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Think Rich

Achieving a wealthy state of mind
Magazine Contributor
4 min read

This story appears in the February 1999 issue of . Subscribe »

Can't get no satisfaction? You may be looking in the wrong place. If you're seeking emotional rewards from all the blood, sweat and tears you expend building your business, give up the search, says bestselling author Stephen M. Pollan.

Feel good on your own time, Pollan commands. Owning a business is about one, and only one, thing: making money. And if you narrow your business goals to that single-minded pursuit, feel good you will, Pollan promises.

"I'm not talking about making money just for the sake of making money," he clarifies. "There's a seamless relationship between money and happiness."

Contrary to how it may sound, Pollan isn't advocating a return to the greed-is-good '80s. Nor is he promoting a put-it-on-plastic, consumption-crazed lifestyle accessorized with the slickest Armani suit, the slimmest cell phone and the sleekest luxury car. Instead, the New York City financial planner and attorney urges entrepreneurs to take a clear-eyed look at how money contributes to creating a deeply fulfilling life.

Like his bestseller Die Broke (HarperBusiness, $14, 800-242-7737), Pollan's newest book, Live Rich (HarperBusiness, $25, 800-242-7737), shatters some long-held American myths about money. In particular, he demolishes the starry-eyed notion that work should be meaningful in and of itself. Our grandparents' generation understood it well, Pollan says: We work to make money, not to gain emotional fulfillment.

It's not about doing what you love and waiting for the money to follow--you could be in for a good, long wait, he warns. Below, Pollan shares the finer points of his contrarian approach to creating a cash cow--and the rich quality of life that can result.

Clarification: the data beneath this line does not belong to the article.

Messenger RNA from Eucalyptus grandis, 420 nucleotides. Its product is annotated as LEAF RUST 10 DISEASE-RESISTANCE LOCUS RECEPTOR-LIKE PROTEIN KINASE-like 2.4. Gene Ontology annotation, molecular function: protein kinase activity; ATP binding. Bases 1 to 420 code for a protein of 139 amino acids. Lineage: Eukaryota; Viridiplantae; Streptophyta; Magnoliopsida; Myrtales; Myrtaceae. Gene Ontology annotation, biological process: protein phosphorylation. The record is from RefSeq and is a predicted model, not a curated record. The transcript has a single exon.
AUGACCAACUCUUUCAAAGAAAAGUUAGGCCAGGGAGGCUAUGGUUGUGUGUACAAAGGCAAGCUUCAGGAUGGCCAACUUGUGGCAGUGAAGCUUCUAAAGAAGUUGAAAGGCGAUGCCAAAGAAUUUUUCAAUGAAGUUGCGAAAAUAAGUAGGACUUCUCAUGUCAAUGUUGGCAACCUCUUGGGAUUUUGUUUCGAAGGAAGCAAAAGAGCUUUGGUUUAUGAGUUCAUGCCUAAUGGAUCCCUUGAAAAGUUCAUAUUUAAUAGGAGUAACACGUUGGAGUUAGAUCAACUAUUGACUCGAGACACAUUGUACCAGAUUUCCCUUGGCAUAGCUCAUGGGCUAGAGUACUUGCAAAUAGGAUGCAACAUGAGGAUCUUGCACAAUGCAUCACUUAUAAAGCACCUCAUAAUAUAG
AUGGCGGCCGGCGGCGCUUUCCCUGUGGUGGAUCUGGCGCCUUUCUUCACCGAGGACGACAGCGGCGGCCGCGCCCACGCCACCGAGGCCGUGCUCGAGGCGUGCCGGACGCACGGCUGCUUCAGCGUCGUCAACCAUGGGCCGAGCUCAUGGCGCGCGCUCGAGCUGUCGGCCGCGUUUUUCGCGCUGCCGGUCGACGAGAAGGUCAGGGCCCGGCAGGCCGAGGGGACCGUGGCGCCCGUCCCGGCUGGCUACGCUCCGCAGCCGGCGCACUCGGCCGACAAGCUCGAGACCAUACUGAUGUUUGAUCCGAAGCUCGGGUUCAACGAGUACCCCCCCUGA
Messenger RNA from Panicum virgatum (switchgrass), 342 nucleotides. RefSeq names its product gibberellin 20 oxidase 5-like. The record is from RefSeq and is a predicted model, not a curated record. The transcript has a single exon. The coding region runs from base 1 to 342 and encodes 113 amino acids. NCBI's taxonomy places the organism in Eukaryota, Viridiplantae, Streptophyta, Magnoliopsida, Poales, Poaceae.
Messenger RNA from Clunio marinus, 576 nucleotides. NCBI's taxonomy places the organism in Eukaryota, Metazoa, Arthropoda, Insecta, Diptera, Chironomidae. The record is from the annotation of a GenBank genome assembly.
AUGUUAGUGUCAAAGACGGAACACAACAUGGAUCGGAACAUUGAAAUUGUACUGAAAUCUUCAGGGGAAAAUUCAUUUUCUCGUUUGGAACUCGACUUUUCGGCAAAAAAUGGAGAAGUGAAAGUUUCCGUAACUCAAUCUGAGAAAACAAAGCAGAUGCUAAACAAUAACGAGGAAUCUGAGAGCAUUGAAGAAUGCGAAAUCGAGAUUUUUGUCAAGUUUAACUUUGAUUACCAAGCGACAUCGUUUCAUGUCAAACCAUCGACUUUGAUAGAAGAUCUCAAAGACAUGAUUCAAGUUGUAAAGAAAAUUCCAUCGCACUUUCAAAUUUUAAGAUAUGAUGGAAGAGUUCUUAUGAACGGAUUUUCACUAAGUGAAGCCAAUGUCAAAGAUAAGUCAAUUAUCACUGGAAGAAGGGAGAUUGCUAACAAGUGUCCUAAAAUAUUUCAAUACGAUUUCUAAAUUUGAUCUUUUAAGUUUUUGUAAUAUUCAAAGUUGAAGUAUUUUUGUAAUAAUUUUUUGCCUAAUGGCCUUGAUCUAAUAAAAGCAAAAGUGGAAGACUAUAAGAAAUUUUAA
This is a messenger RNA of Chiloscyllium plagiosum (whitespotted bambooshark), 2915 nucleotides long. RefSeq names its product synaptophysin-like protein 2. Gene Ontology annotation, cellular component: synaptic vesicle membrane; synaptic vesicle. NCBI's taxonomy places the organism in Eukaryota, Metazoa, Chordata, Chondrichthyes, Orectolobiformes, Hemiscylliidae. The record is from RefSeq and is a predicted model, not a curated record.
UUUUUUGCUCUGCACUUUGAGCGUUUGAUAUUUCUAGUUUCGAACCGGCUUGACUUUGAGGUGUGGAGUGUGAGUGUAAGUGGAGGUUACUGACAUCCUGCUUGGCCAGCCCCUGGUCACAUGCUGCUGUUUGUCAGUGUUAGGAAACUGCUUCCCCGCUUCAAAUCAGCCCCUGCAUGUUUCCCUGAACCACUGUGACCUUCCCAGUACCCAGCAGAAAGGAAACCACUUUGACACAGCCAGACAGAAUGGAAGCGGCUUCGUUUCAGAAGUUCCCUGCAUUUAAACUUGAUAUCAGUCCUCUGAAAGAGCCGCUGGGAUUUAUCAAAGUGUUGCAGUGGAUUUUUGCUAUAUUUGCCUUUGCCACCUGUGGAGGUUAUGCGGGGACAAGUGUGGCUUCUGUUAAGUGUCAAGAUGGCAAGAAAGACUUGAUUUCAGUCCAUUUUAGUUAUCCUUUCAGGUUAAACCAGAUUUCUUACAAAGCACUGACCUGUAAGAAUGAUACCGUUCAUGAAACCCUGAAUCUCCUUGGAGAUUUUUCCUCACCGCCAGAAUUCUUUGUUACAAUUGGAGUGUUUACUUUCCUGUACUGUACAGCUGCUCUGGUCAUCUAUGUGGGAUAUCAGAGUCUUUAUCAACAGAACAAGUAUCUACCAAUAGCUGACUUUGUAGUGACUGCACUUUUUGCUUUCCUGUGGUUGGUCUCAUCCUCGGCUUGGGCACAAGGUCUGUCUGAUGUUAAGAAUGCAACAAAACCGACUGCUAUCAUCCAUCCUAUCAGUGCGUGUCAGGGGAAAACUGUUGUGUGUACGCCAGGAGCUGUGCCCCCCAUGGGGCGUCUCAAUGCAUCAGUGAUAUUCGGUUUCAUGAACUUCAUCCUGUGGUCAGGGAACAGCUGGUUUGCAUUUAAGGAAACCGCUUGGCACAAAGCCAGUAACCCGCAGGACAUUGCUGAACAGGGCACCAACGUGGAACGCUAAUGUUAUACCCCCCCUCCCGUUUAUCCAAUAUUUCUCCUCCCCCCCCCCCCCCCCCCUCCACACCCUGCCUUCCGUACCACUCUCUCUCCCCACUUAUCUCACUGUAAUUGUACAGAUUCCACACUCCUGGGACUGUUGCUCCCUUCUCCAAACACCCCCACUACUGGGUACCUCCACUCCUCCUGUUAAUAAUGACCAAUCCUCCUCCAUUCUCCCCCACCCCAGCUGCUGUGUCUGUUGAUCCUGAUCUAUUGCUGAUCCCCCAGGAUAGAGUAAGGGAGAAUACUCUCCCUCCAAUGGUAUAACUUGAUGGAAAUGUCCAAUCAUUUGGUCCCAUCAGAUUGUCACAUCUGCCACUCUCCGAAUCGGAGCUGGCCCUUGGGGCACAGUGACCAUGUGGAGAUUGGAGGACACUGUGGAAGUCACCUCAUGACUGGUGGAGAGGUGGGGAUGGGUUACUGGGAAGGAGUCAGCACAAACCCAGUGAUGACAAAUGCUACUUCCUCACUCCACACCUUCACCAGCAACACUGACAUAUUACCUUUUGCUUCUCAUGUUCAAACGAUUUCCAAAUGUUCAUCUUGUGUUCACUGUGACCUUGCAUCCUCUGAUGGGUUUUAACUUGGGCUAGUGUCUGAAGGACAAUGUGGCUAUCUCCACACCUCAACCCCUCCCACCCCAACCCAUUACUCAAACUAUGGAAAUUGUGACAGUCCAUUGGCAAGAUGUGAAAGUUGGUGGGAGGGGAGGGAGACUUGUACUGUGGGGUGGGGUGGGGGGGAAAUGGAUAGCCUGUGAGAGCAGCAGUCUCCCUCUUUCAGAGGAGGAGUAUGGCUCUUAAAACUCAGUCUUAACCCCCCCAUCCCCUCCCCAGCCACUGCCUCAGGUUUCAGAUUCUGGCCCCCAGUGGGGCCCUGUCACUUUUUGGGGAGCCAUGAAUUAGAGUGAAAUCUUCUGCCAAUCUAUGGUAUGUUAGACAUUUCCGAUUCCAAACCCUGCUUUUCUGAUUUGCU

1. Make money a priority in your life. "Starting a business isn't for fulfillment or fame. It's not even to be the best or the smartest," Pollan says. "Your most important goal in starting a business is recognizing that it should exist solely for the purpose of making you money." Sound mercenary? Absolutely. And that's a good thing, the author says.

2. Look for a business that can provide an income that enables you to live a rich life. "Money has the extraordinary ability to create a rich life for you," says Pollan. No, he's not talking about locking yourself in the vault and wallowing in greenbacks and gold coins like Scrooge McDuck. "I'm talking about making money so you can take wonderful trips, so you can get out of a bean-counting HMO, so you can do the things you'd like to."

3. Don't look for fulfillment in business, but where it belongs: in the rest of your life. Blame the baby boomers for carefully cultivating the romanticized notion that the workplace should provide emotional satisfaction, a social life and personal growth. Pollan sets the record straight: Meaning comes from your personal life, not from your work. "You're going to get fulfillment from your spouse, from your children, from museums and music," he says.

4. Just because you're out there making money doesn't make you a slave to money. To the contrary, "It makes you a slave to your own happiness," Pollan says. "The entrepreneur's goal is freedom, and making money [brings you that] freedom."

Not convinced? Consider Leif, a client Pollan cites in Live Rich, who struggled for years as a poorly-paid "minister for social action" at a New York City church. Not only was he poor, but his efforts to effect social change were constantly thwarted by church bureaucracy. With Pollan's help, Leif left the ministry and launched his own psychotherapy practice. Today, his income allows him to take time off to lead peace and immigration rights marches and participate in other social causes. He's finally making money . . . and making a difference.

That's what living rich really means, Pollan says. "We only pass through [life] once," he says. "That's why we should make the most of it."

Contact Source

Stephen M. Pollan, (212) 737-2717.

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